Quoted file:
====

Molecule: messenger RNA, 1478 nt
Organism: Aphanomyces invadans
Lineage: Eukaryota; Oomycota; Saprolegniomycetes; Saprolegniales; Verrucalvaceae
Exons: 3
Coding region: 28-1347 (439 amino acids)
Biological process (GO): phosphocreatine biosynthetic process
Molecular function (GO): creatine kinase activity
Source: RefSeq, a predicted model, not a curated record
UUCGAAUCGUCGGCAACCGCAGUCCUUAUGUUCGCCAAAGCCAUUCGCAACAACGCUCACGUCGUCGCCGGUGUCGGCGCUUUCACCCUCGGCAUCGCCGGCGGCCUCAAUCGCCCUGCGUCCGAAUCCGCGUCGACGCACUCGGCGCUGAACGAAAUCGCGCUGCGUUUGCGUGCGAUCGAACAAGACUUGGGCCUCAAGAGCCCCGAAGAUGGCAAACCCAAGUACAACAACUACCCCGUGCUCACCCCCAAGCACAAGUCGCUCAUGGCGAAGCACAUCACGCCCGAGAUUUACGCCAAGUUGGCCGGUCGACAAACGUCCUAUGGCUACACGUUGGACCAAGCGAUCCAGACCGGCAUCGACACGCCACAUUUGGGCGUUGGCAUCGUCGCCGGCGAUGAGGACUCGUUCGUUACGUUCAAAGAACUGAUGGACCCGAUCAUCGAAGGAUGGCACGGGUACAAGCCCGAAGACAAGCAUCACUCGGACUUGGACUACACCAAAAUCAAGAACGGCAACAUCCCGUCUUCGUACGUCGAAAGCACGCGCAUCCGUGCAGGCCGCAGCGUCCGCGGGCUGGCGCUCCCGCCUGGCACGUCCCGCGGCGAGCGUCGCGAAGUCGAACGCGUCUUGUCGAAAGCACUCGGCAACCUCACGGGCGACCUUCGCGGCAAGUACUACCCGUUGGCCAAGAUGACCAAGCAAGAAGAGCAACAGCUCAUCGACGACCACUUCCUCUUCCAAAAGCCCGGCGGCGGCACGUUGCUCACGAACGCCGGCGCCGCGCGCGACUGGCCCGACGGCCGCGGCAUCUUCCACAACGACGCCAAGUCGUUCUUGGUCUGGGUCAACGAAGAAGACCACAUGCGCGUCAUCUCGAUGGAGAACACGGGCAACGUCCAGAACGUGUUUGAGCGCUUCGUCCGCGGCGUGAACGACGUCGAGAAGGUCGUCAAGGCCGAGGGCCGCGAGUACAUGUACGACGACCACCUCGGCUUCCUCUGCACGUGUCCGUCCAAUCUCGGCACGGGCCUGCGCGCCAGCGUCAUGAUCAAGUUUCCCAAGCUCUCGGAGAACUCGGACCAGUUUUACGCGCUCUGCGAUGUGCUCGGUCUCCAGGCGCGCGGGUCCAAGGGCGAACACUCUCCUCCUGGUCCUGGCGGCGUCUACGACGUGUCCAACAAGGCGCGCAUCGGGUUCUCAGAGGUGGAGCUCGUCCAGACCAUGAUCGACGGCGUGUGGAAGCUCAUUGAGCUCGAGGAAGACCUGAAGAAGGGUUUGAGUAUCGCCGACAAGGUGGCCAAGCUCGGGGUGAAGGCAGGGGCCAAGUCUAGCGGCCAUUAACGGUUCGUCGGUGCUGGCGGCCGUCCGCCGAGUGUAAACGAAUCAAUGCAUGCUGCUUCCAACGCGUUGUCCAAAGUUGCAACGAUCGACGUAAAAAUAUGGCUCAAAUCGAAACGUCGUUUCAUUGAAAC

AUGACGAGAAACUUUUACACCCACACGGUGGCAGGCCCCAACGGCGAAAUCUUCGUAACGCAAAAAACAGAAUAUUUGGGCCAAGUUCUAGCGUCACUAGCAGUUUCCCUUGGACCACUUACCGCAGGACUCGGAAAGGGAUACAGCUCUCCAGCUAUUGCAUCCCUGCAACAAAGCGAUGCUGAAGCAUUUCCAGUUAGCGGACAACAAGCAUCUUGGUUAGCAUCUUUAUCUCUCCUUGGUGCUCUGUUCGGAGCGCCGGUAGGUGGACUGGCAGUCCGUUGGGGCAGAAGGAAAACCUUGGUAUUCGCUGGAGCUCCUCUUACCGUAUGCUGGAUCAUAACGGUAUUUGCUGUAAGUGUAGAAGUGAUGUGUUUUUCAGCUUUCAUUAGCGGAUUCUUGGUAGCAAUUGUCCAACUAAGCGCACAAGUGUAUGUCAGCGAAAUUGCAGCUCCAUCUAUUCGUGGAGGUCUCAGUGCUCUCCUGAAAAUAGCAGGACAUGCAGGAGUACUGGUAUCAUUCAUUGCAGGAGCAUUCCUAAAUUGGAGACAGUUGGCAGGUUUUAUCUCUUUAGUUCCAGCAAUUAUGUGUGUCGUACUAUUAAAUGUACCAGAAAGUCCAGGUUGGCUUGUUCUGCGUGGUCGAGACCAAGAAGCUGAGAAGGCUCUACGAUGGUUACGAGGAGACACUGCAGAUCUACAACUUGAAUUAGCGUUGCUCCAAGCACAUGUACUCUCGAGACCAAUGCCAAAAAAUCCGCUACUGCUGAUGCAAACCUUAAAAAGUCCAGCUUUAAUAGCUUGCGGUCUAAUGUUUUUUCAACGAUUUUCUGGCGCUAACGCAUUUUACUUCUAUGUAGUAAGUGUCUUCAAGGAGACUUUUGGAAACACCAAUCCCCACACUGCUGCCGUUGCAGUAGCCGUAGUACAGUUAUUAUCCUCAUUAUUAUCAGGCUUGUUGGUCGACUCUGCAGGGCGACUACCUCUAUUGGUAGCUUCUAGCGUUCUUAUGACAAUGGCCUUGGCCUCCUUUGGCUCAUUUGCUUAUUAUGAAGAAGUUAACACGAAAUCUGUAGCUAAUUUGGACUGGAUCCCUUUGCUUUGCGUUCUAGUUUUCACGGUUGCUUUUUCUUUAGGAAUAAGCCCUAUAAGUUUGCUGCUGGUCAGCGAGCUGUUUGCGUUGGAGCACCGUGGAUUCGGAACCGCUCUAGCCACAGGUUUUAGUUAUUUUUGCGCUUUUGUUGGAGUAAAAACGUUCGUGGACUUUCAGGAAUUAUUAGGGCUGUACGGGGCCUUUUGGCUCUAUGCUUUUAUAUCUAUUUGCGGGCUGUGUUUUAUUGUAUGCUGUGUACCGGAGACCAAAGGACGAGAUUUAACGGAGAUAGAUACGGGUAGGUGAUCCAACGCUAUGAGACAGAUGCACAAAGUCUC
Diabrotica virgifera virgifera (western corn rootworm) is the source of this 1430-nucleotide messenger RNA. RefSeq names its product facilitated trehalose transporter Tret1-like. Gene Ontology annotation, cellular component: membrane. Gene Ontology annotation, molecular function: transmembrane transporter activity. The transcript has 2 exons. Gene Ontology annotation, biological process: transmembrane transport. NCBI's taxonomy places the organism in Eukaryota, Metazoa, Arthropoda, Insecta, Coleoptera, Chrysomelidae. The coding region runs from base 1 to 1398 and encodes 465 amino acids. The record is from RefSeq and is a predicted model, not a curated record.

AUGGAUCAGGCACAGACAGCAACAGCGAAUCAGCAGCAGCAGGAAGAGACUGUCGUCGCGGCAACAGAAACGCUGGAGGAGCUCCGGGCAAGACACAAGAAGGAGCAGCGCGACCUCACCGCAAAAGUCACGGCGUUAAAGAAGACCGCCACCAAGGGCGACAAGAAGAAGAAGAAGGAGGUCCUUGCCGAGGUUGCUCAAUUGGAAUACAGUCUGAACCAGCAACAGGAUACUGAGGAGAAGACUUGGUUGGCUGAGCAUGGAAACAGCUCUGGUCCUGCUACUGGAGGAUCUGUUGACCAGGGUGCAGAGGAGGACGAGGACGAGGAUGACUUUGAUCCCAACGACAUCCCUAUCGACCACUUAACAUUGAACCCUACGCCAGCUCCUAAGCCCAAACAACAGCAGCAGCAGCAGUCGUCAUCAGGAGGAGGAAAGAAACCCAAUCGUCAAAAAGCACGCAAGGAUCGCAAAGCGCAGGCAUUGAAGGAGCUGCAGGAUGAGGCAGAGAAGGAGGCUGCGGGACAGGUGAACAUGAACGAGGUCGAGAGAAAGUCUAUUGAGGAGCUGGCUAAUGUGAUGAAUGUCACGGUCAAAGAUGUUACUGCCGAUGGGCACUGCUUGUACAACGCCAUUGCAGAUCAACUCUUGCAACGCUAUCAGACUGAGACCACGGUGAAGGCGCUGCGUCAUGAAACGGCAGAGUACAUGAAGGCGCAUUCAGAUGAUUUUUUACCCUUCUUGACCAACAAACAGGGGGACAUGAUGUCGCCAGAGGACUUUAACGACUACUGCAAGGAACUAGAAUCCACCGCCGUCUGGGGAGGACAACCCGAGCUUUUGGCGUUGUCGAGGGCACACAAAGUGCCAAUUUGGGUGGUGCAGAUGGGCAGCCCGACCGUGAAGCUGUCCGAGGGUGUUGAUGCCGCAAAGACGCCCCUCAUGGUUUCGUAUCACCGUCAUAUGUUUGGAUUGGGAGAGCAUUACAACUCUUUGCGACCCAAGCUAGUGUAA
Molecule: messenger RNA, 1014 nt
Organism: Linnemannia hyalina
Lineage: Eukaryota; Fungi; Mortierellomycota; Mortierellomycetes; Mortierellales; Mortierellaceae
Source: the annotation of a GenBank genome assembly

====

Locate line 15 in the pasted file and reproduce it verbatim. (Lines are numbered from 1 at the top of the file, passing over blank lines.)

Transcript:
Lineage: Eukaryota; Fungi; Mortierellomycota; Mortierellomycetes; Mortierellales; Mortierellaceae